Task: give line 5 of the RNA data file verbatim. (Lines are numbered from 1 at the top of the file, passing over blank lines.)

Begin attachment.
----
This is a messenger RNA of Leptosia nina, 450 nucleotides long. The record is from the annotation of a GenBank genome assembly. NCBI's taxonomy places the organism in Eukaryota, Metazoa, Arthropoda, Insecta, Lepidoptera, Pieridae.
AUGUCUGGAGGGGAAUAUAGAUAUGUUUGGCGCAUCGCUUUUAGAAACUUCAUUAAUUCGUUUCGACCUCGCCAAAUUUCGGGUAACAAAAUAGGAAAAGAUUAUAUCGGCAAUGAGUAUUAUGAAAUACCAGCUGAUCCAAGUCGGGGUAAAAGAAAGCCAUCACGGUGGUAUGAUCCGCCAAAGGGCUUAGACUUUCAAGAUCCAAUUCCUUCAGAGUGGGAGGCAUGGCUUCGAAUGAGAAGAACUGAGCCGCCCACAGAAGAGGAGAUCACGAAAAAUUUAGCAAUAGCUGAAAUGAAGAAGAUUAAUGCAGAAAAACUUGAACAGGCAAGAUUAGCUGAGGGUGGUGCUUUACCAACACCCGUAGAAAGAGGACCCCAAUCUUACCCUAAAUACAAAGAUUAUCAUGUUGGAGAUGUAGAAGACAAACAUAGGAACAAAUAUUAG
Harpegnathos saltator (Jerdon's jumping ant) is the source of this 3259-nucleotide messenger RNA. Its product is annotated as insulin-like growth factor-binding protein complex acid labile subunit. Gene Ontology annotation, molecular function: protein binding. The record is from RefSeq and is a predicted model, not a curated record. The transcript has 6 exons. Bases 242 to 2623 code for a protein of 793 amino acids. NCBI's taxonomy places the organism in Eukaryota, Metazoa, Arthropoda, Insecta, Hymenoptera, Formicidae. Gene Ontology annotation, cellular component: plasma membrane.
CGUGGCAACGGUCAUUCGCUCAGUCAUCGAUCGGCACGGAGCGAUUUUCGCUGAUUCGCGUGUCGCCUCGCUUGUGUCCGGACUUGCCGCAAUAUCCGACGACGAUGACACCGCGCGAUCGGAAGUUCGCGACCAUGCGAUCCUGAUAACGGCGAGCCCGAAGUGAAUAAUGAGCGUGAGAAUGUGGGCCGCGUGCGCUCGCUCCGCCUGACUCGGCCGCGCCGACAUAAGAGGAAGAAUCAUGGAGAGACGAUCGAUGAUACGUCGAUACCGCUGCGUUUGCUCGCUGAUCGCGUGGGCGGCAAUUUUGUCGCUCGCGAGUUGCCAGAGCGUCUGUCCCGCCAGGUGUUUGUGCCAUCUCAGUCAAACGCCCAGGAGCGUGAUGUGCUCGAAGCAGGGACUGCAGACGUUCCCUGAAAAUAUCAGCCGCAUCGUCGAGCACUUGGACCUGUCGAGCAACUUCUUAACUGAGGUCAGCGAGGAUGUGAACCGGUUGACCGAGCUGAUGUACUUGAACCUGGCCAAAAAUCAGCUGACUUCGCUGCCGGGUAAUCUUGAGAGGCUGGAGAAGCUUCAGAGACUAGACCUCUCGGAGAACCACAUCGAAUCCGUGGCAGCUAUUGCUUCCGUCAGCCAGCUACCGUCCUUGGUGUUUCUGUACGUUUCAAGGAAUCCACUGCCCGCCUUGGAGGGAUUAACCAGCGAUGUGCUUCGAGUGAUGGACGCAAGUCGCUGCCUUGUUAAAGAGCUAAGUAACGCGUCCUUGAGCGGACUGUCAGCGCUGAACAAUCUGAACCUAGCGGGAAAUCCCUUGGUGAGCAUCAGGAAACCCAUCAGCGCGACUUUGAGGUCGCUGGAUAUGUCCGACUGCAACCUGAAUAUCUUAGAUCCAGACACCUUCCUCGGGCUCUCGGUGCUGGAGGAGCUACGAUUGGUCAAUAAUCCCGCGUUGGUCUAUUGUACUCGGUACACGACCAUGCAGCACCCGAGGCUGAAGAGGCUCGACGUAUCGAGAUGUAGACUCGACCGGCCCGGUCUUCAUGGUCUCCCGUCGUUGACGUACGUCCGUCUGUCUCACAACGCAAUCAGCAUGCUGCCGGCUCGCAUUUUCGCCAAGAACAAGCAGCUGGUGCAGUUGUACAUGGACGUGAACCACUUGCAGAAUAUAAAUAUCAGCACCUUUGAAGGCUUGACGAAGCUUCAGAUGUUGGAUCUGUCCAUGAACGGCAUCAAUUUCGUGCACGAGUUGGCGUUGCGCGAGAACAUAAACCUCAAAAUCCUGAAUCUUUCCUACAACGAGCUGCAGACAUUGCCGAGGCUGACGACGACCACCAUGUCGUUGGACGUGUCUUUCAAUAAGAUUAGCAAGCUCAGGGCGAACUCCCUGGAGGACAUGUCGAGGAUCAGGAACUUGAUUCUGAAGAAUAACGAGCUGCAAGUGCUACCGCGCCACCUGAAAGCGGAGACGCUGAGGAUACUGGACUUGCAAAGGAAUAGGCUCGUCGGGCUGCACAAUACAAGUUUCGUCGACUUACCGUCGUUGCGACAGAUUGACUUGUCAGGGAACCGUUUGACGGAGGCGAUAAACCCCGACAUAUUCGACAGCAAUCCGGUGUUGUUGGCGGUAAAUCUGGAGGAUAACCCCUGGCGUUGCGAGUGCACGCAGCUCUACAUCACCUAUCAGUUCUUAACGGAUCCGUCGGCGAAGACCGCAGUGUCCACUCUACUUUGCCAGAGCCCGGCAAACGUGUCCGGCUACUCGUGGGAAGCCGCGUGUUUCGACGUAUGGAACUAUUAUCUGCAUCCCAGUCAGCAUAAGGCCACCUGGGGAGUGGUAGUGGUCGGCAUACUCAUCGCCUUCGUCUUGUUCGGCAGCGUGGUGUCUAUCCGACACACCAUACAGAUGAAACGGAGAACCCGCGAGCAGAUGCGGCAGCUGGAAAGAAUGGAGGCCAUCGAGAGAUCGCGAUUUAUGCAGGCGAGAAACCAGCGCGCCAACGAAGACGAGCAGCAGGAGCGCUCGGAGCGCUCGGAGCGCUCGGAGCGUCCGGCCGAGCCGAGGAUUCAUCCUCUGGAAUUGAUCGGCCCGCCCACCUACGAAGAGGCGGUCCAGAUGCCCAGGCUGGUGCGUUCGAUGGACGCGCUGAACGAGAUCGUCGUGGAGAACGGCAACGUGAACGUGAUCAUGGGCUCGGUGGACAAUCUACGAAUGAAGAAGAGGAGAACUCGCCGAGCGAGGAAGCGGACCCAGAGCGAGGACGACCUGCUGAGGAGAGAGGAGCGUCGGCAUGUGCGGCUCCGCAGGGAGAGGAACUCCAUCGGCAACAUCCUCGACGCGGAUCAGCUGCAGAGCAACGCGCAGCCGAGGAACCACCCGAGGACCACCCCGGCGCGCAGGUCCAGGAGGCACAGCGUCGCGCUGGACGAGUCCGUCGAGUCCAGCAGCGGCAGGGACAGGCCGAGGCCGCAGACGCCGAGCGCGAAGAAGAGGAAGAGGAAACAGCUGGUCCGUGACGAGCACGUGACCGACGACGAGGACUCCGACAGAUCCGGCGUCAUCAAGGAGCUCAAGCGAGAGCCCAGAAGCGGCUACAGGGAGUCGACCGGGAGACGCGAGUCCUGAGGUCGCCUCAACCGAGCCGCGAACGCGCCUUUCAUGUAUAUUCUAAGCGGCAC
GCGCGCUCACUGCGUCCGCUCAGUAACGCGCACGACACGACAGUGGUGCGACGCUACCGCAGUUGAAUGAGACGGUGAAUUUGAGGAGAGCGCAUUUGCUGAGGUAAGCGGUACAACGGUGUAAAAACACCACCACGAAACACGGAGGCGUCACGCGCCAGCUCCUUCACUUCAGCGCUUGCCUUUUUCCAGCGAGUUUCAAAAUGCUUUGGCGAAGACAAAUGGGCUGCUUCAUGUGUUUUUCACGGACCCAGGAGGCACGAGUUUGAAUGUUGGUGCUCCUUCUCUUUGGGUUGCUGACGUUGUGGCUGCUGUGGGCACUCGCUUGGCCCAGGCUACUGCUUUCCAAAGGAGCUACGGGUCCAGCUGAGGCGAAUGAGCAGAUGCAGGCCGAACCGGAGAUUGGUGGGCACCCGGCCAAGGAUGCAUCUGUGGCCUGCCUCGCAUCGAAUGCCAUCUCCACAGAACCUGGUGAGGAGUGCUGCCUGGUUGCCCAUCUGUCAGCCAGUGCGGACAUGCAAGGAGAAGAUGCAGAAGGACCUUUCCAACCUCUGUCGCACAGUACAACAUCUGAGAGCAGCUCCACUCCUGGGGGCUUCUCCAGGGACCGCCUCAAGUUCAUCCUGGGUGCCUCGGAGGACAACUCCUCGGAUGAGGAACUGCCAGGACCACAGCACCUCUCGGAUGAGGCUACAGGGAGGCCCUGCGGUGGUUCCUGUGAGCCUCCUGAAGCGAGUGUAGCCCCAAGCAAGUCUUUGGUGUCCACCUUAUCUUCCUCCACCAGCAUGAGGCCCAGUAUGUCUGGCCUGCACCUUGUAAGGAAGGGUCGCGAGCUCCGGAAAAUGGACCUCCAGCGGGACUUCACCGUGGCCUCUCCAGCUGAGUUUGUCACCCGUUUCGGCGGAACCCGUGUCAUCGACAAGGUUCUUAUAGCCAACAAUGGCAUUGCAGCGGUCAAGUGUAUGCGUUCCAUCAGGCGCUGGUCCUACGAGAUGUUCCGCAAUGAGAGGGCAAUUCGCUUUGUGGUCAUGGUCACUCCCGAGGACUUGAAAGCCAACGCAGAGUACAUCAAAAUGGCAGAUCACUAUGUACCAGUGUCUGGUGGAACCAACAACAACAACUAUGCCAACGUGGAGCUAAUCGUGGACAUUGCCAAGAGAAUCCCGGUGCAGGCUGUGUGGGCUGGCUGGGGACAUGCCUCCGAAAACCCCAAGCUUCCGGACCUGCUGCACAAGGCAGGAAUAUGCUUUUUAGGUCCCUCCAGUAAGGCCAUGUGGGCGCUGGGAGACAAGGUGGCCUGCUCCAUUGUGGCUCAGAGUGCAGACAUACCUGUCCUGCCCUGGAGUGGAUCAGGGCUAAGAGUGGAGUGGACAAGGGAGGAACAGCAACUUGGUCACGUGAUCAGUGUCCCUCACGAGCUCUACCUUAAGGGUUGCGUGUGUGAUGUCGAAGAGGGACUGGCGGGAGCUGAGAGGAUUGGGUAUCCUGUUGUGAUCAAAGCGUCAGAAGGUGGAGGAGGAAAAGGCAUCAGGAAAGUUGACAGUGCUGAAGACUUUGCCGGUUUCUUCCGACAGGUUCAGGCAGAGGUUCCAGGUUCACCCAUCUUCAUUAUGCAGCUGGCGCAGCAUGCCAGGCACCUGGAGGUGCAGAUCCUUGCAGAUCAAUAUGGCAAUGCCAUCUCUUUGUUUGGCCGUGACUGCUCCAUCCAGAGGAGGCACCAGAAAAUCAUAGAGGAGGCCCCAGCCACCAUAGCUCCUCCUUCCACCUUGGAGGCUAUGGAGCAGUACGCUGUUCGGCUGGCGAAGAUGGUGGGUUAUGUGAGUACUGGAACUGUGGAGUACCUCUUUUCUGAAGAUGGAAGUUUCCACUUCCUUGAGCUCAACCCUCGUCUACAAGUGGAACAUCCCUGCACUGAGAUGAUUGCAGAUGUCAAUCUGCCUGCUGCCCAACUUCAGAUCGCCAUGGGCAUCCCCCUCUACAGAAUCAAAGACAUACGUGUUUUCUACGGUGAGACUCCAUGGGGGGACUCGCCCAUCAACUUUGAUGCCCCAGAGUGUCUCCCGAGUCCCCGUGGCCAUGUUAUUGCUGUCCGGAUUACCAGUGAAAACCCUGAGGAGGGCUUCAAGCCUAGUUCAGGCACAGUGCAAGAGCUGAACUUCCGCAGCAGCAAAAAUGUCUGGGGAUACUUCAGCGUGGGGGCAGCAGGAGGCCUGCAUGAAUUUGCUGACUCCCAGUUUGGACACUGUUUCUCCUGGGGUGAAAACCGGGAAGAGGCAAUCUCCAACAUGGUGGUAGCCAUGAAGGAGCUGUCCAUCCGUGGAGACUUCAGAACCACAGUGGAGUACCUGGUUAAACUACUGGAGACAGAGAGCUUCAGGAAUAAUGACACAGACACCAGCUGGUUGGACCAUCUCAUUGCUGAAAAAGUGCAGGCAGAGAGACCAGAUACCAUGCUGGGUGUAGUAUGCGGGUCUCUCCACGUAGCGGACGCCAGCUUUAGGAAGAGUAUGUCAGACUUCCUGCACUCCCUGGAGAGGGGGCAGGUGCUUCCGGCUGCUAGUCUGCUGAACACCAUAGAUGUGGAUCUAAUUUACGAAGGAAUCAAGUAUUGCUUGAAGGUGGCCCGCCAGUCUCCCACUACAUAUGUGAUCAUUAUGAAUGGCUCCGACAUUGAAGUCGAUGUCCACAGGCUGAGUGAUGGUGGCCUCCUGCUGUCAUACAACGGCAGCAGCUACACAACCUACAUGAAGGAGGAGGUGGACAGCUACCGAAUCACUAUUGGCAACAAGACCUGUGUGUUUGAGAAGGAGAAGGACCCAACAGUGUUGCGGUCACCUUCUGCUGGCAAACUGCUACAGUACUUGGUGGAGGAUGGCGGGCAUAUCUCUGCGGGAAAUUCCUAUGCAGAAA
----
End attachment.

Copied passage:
GCGCGCUCACUGCGUCCGCUCAGUAACGCGCACGACACGACAGUGGUGCGACGCUACCGCAGUUGAAUGAGACGGUGAAUUUGAGGAGAGCGCAUUUGCUGAGGUAAGCGGUACAACGGUGUAAAAACACCACCACGAAACACGGAGGCGUCACGCGCCAGCUCCUUCACUUCAGCGCUUGCCUUUUUCCAGCGAGUUUCAAAAUGCUUUGGCGAAGACAAAUGGGCUGCUUCAUGUGUUUUUCACGGACCCAGGAGGCACGAGUUUGAAUGUUGGUGCUCCUUCUCUUUGGGUUGCUGACGUUGUGGCUGCUGUGGGCACUCGCUUGGCCCAGGCUACUGCUUUCCAAAGGAGCUACGGGUCCAGCUGAGGCGAAUGAGCAGAUGCAGGCCGAACCGGAGAUUGGUGGGCACCCGGCCAAGGAUGCAUCUGUGGCCUGCCUCGCAUCGAAUGCCAUCUCCACAGAACCUGGUGAGGAGUGCUGCCUGGUUGCCCAUCUGUCAGCCAGUGCGGACAUGCAAGGAGAAGAUGCAGAAGGACCUUUCCAACCUCUGUCGCACAGUACAACAUCUGAGAGCAGCUCCACUCCUGGGGGCUUCUCCAGGGACCGCCUCAAGUUCAUCCUGGGUGCCUCGGAGGACAACUCCUCGGAUGAGGAACUGCCAGGACCACAGCACCUCUCGGAUGAGGCUACAGGGAGGCCCUGCGGUGGUUCCUGUGAGCCUCCUGAAGCGAGUGUAGCCCCAAGCAAGUCUUUGGUGUCCACCUUAUCUUCCUCCACCAGCAUGAGGCCCAGUAUGUCUGGCCUGCACCUUGUAAGGAAGGGUCGCGAGCUCCGGAAAAUGGACCUCCAGCGGGACUUCACCGUGGCCUCUCCAGCUGAGUUUGUCACCCGUUUCGGCGGAACCCGUGUCAUCGACAAGGUUCUUAUAGCCAACAAUGGCAUUGCAGCGGUCAAGUGUAUGCGUUCCAUCAGGCGCUGGUCCUACGAGAUGUUCCGCAAUGAGAGGGCAAUUCGCUUUGUGGUCAUGGUCACUCCCGAGGACUUGAAAGCCAACGCAGAGUACAUCAAAAUGGCAGAUCACUAUGUACCAGUGUCUGGUGGAACCAACAACAACAACUAUGCCAACGUGGAGCUAAUCGUGGACAUUGCCAAGAGAAUCCCGGUGCAGGCUGUGUGGGCUGGCUGGGGACAUGCCUCCGAAAACCCCAAGCUUCCGGACCUGCUGCACAAGGCAGGAAUAUGCUUUUUAGGUCCCUCCAGUAAGGCCAUGUGGGCGCUGGGAGACAAGGUGGCCUGCUCCAUUGUGGCUCAGAGUGCAGACAUACCUGUCCUGCCCUGGAGUGGAUCAGGGCUAAGAGUGGAGUGGACAAGGGAGGAACAGCAACUUGGUCACGUGAUCAGUGUCCCUCACGAGCUCUACCUUAAGGGUUGCGUGUGUGAUGUCGAAGAGGGACUGGCGGGAGCUGAGAGGAUUGGGUAUCCUGUUGUGAUCAAAGCGUCAGAAGGUGGAGGAGGAAAAGGCAUCAGGAAAGUUGACAGUGCUGAAGACUUUGCCGGUUUCUUCCGACAGGUUCAGGCAGAGGUUCCAGGUUCACCCAUCUUCAUUAUGCAGCUGGCGCAGCAUGCCAGGCACCUGGAGGUGCAGAUCCUUGCAGAUCAAUAUGGCAAUGCCAUCUCUUUGUUUGGCCGUGACUGCUCCAUCCAGAGGAGGCACCAGAAAAUCAUAGAGGAGGCCCCAGCCACCAUAGCUCCUCCUUCCACCUUGGAGGCUAUGGAGCAGUACGCUGUUCGGCUGGCGAAGAUGGUGGGUUAUGUGAGUACUGGAACUGUGGAGUACCUCUUUUCUGAAGAUGGAAGUUUCCACUUCCUUGAGCUCAACCCUCGUCUACAAGUGGAACAUCCCUGCACUGAGAUGAUUGCAGAUGUCAAUCUGCCUGCUGCCCAACUUCAGAUCGCCAUGGGCAUCCCCCUCUACAGAAUCAAAGACAUACGUGUUUUCUACGGUGAGACUCCAUGGGGGGACUCGCCCAUCAACUUUGAUGCCCCAGAGUGUCUCCCGAGUCCCCGUGGCCAUGUUAUUGCUGUCCGGAUUACCAGUGAAAACCCUGAGGAGGGCUUCAAGCCUAGUUCAGGCACAGUGCAAGAGCUGAACUUCCGCAGCAGCAAAAAUGUCUGGGGAUACUUCAGCGUGGGGGCAGCAGGAGGCCUGCAUGAAUUUGCUGACUCCCAGUUUGGACACUGUUUCUCCUGGGGUGAAAACCGGGAAGAGGCAAUCUCCAACAUGGUGGUAGCCAUGAAGGAGCUGUCCAUCCGUGGAGACUUCAGAACCACAGUGGAGUACCUGGUUAAACUACUGGAGACAGAGAGCUUCAGGAAUAAUGACACAGACACCAGCUGGUUGGACCAUCUCAUUGCUGAAAAAGUGCAGGCAGAGAGACCAGAUACCAUGCUGGGUGUAGUAUGCGGGUCUCUCCACGUAGCGGACGCCAGCUUUAGGAAGAGUAUGUCAGACUUCCUGCACUCCCUGGAGAGGGGGCAGGUGCUUCCGGCUGCUAGUCUGCUGAACACCAUAGAUGUGGAUCUAAUUUACGAAGGAAUCAAGUAUUGCUUGAAGGUGGCCCGCCAGUCUCCCACUACAUAUGUGAUCAUUAUGAAUGGCUCCGACAUUGAAGUCGAUGUCCACAGGCUGAGUGAUGGUGGCCUCCUGCUGUCAUACAACGGCAGCAGCUACACAACCUACAUGAAGGAGGAGGUGGACAGCUACCGAAUCACUAUUGGCAACAAGACCUGUGUGUUUGAGAAGGAGAAGGACCCAACAGUGUUGCGGUCACCUUCUGCUGGCAAACUGCUACAGUACUUGGUGGAGGAUGGCGGGCAUAUCUCUGCGGGAAAUUCCUAUGCAGAAA